Rail passengers are set for “another difficult year” amid more timetable changes and increased levels of engineering work, a House of Commons report has warned.
MPs claimed that there is still “a way to go” before public sector body Network Rail and train operating companies collaborate in a way that minimises disruption during infrastructure projects.
The Public Accounts Committee (PAC) said passengers and taxpayers “risk continuing to pay the price” for the failure of the Department for Transport (DfT) to improve its “strategic management” of the railway.
The report described how there were “unacceptable levels of disruption” last year.
Operators such as Northern failed to operate hundreds of trains each day after new timetables were introduced in May, while other train services were “significantly delayed and overcrowded”.
And with further significant timetable changes planned for May, alongside increased amounts of maintenance work and major improvement projects, the disruption could be set to be repeated in 2019, it warned.
The report added that “2019 looks to be another difficult year for both passengers and the rail industry”.
The warning is published the day after hundreds of business and civic leaders from across the North of England came together for the Great Northern Conference, in which the transport infrastructure of the North was highlighted as a major concern for both passengers and freight.
Senior figures agreed that long-term infrastructure plans were welcome but that more was needed to address the needs of business and passengers in the present.
And Sir Peter Hendy, the chairman of Network Rail, vowed that his organisation and the industry at large would “atone for its sins” following the disruption.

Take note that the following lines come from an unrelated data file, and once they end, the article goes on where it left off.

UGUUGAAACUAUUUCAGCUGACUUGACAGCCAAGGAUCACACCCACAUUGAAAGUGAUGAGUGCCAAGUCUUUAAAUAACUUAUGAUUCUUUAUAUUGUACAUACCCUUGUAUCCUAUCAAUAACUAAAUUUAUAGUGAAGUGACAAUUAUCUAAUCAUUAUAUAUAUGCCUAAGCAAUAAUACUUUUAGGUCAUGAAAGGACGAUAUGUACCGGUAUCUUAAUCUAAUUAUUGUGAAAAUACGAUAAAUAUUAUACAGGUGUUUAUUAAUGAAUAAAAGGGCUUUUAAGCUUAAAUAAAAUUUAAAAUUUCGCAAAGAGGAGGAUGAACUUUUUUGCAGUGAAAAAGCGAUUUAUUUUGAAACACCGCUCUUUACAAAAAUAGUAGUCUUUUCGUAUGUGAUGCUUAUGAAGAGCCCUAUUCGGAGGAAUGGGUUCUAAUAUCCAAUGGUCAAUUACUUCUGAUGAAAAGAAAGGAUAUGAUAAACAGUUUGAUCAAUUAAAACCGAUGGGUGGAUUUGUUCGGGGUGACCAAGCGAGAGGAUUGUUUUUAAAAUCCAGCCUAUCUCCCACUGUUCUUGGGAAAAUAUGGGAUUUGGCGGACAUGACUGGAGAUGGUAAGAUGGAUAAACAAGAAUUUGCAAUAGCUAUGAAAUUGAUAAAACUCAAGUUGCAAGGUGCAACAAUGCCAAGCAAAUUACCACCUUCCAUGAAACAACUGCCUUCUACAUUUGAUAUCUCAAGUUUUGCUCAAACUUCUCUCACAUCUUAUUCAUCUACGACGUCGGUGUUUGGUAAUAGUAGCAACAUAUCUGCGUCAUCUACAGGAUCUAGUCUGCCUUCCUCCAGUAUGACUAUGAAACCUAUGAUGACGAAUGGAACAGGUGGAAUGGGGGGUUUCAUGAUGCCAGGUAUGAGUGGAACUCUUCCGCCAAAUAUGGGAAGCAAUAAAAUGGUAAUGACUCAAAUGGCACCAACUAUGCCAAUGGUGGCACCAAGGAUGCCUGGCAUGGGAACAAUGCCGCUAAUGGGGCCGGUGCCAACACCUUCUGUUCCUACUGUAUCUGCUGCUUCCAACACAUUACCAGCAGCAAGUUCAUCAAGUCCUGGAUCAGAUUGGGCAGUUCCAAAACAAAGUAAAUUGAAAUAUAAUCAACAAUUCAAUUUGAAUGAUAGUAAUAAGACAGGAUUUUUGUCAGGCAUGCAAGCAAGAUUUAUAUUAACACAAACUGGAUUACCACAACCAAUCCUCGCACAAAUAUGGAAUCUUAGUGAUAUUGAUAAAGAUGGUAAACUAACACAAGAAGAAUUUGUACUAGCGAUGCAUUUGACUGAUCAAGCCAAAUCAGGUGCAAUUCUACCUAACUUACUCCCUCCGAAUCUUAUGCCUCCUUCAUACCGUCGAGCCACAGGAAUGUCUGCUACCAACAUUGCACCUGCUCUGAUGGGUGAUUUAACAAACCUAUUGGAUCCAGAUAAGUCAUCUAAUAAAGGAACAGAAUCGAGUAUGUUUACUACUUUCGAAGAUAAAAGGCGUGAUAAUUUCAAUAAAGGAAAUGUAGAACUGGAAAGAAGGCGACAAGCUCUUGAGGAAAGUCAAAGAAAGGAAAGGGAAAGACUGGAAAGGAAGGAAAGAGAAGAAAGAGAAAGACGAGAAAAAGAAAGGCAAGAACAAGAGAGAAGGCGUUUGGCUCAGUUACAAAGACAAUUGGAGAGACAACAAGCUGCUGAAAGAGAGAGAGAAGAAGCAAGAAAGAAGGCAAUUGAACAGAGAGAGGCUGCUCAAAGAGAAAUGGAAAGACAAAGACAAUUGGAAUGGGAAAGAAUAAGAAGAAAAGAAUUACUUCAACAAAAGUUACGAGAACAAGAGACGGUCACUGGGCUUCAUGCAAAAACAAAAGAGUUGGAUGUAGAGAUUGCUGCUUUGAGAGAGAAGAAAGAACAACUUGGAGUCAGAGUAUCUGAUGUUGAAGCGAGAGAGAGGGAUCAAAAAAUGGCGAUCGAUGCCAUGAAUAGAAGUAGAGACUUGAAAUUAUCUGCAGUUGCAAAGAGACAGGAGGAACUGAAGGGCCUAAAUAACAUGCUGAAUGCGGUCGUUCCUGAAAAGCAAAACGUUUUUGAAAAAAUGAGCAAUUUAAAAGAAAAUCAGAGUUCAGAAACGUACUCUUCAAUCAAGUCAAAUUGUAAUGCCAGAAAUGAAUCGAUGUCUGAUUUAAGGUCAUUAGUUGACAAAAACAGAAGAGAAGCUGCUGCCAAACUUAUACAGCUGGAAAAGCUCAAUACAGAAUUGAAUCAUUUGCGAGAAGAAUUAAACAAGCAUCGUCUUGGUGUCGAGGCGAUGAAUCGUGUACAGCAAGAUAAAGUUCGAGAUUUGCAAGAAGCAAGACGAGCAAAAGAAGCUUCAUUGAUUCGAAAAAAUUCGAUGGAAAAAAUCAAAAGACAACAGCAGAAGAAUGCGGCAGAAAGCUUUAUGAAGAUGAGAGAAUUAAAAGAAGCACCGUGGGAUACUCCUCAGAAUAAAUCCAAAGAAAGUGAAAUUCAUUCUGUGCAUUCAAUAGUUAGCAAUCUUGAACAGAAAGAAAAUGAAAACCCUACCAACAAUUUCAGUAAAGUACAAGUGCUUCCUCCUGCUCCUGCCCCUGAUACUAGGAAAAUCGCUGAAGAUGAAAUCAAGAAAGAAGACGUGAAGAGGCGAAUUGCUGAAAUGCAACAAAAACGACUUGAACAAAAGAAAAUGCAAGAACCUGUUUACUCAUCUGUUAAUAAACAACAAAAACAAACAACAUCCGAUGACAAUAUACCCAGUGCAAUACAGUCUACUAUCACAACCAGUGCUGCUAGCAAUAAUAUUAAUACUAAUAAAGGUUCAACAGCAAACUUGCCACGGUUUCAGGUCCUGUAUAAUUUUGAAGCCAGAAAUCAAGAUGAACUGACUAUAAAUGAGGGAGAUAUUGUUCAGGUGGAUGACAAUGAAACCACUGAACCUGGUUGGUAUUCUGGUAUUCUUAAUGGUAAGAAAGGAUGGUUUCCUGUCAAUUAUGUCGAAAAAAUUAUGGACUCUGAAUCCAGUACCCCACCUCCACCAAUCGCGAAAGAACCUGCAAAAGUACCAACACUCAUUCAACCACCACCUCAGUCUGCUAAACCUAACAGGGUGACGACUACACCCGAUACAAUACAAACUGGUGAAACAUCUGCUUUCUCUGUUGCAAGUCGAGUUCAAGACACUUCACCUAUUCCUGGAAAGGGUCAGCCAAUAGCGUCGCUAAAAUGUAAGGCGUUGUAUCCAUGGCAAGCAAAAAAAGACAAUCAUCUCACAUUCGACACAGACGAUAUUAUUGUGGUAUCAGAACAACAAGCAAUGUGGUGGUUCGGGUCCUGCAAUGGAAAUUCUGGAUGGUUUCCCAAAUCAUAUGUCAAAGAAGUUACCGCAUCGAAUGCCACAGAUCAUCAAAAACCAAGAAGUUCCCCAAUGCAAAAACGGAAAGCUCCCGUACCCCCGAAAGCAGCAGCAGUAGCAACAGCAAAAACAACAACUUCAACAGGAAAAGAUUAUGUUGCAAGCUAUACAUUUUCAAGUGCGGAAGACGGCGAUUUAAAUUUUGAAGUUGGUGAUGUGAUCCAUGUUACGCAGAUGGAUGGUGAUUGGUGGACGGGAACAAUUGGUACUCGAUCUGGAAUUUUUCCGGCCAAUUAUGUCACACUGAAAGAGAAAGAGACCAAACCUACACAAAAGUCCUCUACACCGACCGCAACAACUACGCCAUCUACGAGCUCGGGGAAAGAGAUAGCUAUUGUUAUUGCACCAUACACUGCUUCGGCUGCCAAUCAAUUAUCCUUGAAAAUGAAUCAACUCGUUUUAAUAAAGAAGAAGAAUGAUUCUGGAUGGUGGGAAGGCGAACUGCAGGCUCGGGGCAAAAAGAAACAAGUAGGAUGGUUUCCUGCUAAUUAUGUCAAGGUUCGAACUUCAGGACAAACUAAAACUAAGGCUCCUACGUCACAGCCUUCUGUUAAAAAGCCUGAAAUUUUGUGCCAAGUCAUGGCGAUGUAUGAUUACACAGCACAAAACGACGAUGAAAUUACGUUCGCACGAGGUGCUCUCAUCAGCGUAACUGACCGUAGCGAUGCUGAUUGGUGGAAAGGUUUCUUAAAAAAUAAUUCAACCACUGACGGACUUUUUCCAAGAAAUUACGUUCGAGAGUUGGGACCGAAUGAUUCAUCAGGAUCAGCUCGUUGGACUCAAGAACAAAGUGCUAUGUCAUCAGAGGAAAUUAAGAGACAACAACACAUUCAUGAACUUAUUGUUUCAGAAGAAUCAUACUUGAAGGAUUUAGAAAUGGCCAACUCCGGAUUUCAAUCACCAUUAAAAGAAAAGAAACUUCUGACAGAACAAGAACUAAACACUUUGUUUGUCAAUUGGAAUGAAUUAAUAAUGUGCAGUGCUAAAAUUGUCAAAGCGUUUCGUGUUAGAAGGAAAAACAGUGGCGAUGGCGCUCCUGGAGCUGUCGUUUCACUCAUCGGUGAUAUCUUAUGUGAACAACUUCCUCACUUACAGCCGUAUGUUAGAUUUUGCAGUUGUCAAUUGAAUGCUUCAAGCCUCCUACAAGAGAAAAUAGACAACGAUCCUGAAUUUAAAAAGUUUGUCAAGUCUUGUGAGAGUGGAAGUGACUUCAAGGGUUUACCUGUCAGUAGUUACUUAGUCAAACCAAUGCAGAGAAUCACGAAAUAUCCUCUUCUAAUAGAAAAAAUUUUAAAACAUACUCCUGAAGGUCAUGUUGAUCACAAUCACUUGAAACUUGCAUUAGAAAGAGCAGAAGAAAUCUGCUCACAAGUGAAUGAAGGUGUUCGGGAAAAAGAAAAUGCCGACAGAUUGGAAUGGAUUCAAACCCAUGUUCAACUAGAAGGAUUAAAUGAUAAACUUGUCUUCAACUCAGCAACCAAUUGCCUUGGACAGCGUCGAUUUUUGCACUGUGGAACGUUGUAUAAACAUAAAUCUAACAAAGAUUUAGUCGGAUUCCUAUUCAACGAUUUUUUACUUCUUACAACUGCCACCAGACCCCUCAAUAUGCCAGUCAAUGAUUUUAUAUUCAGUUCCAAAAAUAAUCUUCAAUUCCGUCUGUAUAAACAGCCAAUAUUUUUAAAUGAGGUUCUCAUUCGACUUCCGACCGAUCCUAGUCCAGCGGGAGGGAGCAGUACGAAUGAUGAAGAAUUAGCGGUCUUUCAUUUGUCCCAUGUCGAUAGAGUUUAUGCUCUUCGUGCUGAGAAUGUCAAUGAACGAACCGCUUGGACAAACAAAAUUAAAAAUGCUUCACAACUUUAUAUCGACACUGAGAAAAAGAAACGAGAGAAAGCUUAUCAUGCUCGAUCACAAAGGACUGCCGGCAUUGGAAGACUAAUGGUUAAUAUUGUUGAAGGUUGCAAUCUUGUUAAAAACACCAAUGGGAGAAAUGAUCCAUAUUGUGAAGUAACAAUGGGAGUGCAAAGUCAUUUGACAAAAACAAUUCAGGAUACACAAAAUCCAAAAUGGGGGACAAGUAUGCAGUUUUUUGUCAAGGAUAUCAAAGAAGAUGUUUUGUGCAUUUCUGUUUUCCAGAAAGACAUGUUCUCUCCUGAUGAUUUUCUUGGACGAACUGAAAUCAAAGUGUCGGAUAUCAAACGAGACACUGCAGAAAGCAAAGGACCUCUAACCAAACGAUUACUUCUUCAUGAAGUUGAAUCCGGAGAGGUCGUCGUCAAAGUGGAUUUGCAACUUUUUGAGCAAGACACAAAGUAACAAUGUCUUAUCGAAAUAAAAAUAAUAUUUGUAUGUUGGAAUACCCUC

Former British Airways chief executive Keith Williams is carrying out a wide-ranging Government-commissioned review of the railways.
PAC chairwoman Meg Hillier said: “2018 was a year from hell for many rail users and unless the Government gets a grip there is every chance that passengers will suffer in 2019 as well.
“The ‘root and branch’ review will report later in 2019 and must then be implemented, so passengers have some time to wait for any improvements arising from its recommendations.”
Robert Nisbet, the regional director at industry body the Rail Delivery Group, insisted train operators and Network Rail are “learning the lessons from last year’s disruption”.
He acknowledged that current work to improve the railway “will not go far” which is why the organisation is supporting the review by Mr Williams.
A DfT spokesman accepted that the disruption experienced last summer was “unacceptable” and said the lessons learned helped to deliver timetable changes in December.
He added: “The independently-chaired root and branch review of our railway is considering all parts of the rail industry to ensure the focus is on putting passengers first.
“The Government and rail industry are committed to working together to ensure improvements are made.”
However, Labour’s Shadow Transport Secretary Andy McDonald said the PAC report is “damning of the utter incompetence of the Department for Transport and its Ministers”.
A former Treasury Minister has called on Northern leaders to “raise the frequency and intensity” of its calls for high speed rail links across the North of England.
Speaking at the Great Northern Conference event, at New Dock Hall in Leeds, Lord O’Neill said he regarded Northern Powerhouse Rail as “crucial to northern productivity”.
Archbishop of York, Dr John Sentamu, added: “Despite the efforts of hard-working rail staff, time and again the transport network in our part of this small island proves unreliable, unaffordable and inefficient.
“Northerners cannot take the jobs they want, businesses cannot hire the people they want.”